Save of his life

RANDY SPORTAK -- Calgary Sun

, Last Updated: 7:28 AM ET

Not partaking fully in the Calgary Flames prospects camp isn't the end of the world for Leland Irving.

It's discouraging and disappointing but the goaltender chosen in the first round (26th) of last month's NHL draft has suffered through and survived much bigger issues.

Like beating cancer.

"It is frustrating with the groin injury but there is bigger things in life," said the 18-year-old yesterday after a shortened session at the Don Hartman Northeast Sportsplex. "It's something that's gonna take time to heal, I need to take it easy."

Yes, it's a groin injury -- a recurrence of the malady that ended his season in the playoffs -- suffered early last month at a Hockey Canada camp. Recurring groin injuries in goalies is one of the worst possible fates.

However, it's nowhere near as bad as being eight years old and told you're suffering from a disease you can't say, spell or understand (rhabdomyosarcoma) but it may kill you.

"It was a life-changing experience for me," said Irving, sounding wise beyond his 18 years. "At the age of eight, you don't really know exactly what's going on. I think it made me a better person. I can appreciate life a lot more.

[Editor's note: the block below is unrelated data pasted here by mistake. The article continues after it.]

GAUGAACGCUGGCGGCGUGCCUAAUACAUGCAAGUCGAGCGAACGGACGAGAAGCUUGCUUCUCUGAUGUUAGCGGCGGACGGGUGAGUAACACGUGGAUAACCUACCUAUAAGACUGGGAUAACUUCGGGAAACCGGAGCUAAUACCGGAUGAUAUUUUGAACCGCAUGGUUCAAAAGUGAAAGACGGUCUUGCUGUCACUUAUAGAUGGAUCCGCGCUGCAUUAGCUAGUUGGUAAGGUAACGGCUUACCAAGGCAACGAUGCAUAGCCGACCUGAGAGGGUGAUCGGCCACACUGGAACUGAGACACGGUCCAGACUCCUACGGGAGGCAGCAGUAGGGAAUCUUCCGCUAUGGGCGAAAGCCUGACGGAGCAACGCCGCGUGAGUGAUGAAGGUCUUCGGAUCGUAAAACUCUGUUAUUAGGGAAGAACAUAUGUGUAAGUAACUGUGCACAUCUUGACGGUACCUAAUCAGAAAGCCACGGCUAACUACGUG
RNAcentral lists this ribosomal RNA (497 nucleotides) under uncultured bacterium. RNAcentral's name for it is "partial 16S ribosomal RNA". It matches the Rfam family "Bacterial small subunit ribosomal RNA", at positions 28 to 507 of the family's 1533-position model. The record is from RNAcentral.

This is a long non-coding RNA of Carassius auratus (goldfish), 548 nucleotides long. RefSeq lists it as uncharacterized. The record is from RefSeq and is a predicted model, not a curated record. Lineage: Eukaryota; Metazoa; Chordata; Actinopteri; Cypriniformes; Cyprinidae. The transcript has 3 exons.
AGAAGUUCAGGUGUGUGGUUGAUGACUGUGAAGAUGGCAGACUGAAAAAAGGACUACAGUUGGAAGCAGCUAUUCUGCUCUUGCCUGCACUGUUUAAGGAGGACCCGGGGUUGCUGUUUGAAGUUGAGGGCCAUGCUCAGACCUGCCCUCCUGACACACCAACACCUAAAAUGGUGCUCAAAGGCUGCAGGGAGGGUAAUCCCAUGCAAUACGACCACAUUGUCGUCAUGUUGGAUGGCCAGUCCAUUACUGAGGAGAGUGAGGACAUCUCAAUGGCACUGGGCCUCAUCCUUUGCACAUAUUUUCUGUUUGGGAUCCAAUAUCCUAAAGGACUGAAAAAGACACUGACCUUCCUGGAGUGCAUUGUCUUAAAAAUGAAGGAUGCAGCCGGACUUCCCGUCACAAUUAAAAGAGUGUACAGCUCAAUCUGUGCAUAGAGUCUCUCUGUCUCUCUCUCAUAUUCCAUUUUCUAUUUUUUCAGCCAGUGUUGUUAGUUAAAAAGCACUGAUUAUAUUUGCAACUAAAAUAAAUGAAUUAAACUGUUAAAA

"I was just thinking a year of chemotherapy I'd be fine. I was not really thinking it was a life-threatening disease -- it could have gotten to that point but, luckily, we found it early enough and it didn't develop to be that bad."

Amazingly, despite weekly chemo treatments and all the struggles that come with it, he played the whole season.

"I think I missed one practice and one game because my blood count was too low and it was risking extensive bleeding," recalled the Swan Hills product. "Other than that, I was really weak but able to play through it.

"It was a long, gruelling process, a lot of sick nights, but I was able to get through that."

Last season with the WHL's Everett Silvertips, Irving was among the league leaders with a 1.91 GAA, a .925 save percentage and a 37-22-4 record.

Which means this week's camp was his first chance to impress the organization while a part of it.

Irving did take to the ice with the other netminders, along with the collection of skaters who joined in a day early, but came on part way through the session.

He did partake in a few drills by himself but didn't fully integrate with the others.

"We're kinda easing into the competitive stuff. I've got the right people around me, so it's just gonna take time for me to be back on the ice and compete," he said. "I'm hoping by the end of the week to be competing at 100 percent. Whether that happens or not, it's still early to tell."

There are 40 players and goalies on hand for the camp, among them Dustin Boyd, Kris Chucko, Tomi Maki, Eric Nystrom, Dan Ryder and Tim Ramholt.

The camp runs through Saturday, with sessions beginning at 8:45 a.m. It's open to the public.


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